May 18, 2021 · 5 min read
The only way to move forward in the right direction and measure work results against expectations is to clearly define goals and objectives before you go.
Even though some teams might use these words interchangeably, you have to know that there is a distinct difference between project objectives and project goals. Goals describe where owners want their companies to go, while objectives define how to get there. Project goals are more high-level. They should outline what happens once your project is successful, and how it aligns with the overall business strategy.
Meanwhile, objectives are what you plan to achieve by the end of your project including deliverables, assets, or things like increasing productivity, motivation, etc. They should be measurable so that it’s easy to understand whether they are achieved or not. Objectives are much more detailed and specific than goals.
Project objectives are your main guidelines throughout its lifespan. They provide structure and clarity of expectations for a team member, manager, and leadership. Also, they help you move from where you are now to where you want to be and link high-level goals with real actions. That’s why it’s important to set your objectives right, so they bring maximum value.
Objectives should guide you from the early beginning and serve as a foundation for any project. They form a plan of action and tell you why you do what you do. Once your objectives are approved, they become an agreement between a project manager, top management, and all stakeholders on how the project should move on. That’s the reason why you have to make a list of objectives before you start and lay them out onto your scope of work.
Most managers believe that straight after they define objectives, all teammates are instantly on board. However, it often turns out that employees go in blind without seeing the whole picture. This is why it’s a great practice to attract people who work on a project to set up objectives as it brings awareness to your team, makes their efforts goal-oriented, and gives an understanding of how the piece of work they do influences the overall project.
You might be tempted to write your objectives as detailed as possible, but honestly, it might become confusing. The more specific they are, the closer you get to your aim. Try to keep statements not longer than one or two sentences. All additional information, like your budget or stakeholders, can be captured in a project plan.
Objectives are difficult to reach when they are not referred to during the work process. Add objectives to the status report, so all the team can see whether your project is on track, at risk, or off track. This way, your team can keep aligned with them along the way and stay motivated in doing their work.
When setting up objectives, you have to follow the SMART technique. And we do not mean intelligence, however, your objectives should be. By SMART we mean an acronym that stands for:
S - Specific
Be specific when writing objective statements and avoid addressing multiple issues. It should clearly define results you’re aiming to get.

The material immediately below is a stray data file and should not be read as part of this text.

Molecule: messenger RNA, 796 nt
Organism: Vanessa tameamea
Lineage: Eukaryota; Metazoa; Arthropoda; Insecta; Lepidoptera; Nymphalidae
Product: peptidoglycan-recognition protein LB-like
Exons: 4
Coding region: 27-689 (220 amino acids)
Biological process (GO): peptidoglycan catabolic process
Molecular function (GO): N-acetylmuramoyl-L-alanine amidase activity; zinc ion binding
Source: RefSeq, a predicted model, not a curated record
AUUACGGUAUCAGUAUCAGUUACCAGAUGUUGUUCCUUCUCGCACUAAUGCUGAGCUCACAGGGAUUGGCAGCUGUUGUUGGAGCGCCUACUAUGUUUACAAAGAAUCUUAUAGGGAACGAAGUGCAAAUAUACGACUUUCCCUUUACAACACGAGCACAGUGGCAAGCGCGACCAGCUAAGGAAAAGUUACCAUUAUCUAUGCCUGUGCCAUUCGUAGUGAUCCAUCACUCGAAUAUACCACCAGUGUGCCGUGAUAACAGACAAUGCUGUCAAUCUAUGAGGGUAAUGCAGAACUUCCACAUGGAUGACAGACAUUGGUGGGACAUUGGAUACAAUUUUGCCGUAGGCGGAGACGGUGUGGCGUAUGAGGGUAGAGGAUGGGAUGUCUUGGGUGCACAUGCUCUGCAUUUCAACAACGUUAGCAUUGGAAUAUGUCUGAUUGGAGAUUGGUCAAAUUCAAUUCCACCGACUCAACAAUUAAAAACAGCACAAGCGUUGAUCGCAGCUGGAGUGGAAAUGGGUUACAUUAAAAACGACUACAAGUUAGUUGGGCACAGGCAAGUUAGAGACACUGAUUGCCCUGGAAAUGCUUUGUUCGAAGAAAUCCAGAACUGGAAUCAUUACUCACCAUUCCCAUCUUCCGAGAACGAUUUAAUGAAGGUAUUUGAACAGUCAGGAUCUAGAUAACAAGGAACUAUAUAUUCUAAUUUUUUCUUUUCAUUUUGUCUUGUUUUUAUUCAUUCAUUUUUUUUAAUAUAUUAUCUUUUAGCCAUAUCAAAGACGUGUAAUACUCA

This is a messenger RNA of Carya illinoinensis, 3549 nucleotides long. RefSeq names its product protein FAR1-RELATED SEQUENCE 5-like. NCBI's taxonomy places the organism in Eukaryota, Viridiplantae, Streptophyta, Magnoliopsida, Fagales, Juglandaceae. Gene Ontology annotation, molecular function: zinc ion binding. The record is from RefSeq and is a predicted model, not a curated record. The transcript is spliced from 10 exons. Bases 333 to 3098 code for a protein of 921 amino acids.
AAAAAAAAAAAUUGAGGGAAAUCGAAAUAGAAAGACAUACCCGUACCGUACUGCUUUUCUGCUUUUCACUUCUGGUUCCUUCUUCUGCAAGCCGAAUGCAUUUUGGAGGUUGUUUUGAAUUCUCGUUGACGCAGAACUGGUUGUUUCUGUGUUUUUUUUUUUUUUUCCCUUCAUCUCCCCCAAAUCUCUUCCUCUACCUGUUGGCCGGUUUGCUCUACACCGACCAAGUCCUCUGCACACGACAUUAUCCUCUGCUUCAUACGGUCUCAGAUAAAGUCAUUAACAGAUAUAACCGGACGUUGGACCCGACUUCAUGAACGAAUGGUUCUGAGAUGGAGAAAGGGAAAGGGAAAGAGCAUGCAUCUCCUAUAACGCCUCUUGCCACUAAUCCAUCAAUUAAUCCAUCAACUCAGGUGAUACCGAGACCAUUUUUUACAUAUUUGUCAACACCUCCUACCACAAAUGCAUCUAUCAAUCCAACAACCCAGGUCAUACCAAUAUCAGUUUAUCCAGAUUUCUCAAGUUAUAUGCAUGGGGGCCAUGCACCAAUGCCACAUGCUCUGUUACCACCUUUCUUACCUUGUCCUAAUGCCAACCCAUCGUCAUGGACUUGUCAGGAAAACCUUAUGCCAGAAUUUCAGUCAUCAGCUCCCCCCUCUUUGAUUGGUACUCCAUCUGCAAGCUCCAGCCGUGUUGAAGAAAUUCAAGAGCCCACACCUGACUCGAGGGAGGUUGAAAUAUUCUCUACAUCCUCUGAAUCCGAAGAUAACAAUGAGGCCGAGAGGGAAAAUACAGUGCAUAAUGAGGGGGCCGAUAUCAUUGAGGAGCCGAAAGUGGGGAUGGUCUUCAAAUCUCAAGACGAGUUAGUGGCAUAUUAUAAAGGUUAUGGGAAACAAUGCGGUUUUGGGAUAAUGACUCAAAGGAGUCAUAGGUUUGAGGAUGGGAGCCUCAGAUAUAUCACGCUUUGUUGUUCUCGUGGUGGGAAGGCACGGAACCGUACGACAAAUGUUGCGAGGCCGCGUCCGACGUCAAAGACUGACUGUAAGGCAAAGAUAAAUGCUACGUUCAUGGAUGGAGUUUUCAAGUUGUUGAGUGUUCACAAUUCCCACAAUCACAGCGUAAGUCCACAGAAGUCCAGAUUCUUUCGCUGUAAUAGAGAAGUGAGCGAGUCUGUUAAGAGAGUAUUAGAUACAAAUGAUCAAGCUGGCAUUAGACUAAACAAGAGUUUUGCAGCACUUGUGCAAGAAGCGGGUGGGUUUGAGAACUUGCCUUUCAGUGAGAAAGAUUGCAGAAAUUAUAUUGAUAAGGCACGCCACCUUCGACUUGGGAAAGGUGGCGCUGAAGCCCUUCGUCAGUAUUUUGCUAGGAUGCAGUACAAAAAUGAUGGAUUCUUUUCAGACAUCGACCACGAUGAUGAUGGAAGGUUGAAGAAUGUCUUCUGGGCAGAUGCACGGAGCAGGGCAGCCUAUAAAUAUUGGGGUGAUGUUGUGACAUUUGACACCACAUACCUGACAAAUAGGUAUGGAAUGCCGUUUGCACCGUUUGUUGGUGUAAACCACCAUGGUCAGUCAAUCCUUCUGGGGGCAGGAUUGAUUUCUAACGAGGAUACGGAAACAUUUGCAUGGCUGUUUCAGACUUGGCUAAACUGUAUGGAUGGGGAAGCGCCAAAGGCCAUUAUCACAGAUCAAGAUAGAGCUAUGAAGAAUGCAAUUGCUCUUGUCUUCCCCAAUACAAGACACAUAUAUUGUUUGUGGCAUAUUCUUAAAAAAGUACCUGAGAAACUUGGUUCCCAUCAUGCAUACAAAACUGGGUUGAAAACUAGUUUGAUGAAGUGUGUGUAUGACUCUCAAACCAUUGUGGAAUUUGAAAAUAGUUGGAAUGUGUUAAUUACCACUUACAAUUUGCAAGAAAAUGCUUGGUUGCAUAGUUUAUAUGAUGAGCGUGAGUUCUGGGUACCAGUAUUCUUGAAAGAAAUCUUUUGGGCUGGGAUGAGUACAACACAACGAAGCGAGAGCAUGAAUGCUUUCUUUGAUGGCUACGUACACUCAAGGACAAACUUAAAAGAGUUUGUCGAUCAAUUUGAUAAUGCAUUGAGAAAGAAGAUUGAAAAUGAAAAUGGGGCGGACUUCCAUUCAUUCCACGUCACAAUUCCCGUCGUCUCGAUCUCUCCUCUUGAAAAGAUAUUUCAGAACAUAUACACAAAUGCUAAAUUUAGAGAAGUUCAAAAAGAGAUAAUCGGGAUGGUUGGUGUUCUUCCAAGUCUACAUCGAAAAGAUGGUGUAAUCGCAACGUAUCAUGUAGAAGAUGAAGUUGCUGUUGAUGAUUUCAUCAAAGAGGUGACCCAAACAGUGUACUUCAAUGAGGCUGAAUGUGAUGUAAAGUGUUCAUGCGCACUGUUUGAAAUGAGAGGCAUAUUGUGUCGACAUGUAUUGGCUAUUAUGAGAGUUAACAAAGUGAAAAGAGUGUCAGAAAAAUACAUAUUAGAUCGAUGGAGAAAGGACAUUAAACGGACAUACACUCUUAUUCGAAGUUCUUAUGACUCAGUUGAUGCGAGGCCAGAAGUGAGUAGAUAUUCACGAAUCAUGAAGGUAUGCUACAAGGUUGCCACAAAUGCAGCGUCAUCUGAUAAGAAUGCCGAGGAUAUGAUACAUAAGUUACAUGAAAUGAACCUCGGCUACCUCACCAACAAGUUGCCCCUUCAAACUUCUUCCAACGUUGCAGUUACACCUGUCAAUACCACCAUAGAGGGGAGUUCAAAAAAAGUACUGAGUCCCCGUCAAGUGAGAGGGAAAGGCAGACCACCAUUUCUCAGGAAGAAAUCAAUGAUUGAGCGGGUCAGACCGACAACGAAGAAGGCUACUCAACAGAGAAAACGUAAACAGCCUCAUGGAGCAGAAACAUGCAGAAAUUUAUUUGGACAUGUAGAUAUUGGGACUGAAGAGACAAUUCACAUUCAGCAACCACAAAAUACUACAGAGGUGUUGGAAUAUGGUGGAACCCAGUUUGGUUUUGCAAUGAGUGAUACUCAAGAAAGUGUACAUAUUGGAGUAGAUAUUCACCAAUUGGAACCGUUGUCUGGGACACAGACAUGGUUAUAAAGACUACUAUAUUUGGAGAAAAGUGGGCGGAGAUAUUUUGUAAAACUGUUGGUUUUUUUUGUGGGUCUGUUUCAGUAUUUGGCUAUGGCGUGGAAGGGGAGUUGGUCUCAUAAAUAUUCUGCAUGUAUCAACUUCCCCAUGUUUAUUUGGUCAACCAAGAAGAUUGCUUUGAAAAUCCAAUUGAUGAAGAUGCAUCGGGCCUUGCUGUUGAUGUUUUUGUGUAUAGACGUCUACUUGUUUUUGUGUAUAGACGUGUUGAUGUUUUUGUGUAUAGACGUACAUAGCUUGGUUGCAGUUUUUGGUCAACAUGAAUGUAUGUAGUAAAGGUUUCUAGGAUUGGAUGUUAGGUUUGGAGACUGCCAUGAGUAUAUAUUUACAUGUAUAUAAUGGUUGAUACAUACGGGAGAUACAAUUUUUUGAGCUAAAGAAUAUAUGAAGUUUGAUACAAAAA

M - Measurable
Make sure that when the project ends, you will come up with measurable metrics to determine success like percentage change or a specific number.
A - Attainable
People tend to overestimate their abilities. When you’re creating objectives, make sure they are something you can attain within the expected time frames and with resources you have available. If objectives are unachievable, your project might suffer from scope creep, delays, or overwork.
R - Relevant
Ensure that all objectives align with your high-level business goals. Remember that all steps you take should be well-considered and bring you closer to defined success.
T - Time-bound
Reaching your objectives and goals is not an endless process. You should always specify the time it will take to achieve desired results. Otherwise, you’re creating a resource-draining money pit drifting you away from your goals.
Sounds simple but hard to match it with real life? Then, let’s come up with a SMART project objective example. “By the end of the year, we will reduce the churn rate by 3% by releasing a new product onboarding tour with video tutorials and GIFs”. Does our project objective statement fit SMART criteria?
Specific: We described only one issue - churn, tackled by new onboarding with videos and GIFs.
Measurable: We know our current churn rate and are able to measure it with analytic tools.
Attainable: At this point, we have to consider if 3% is possible to achieve within a given timeframe. In our case, we can do it by comparing it with past experience.
Relevant: It correlates with the company’s goal to improve user retention.
Time-bound: We defined the end of the year as the deadline so that we can plan our efforts for improvement within this timeframe.
Setting up goals and objectives is much more than just a plan of action. It’s a great tool to bring more clarity to your team, align on work, and get more work done. If you’re looking for a way to define and achieve your project objectives, you need a dynamic management tool. Planyway has all the necessary features to put the goal management process on track. You can easily see them visualized along with your work process and monitor how your team is progressing in the pursuit of them.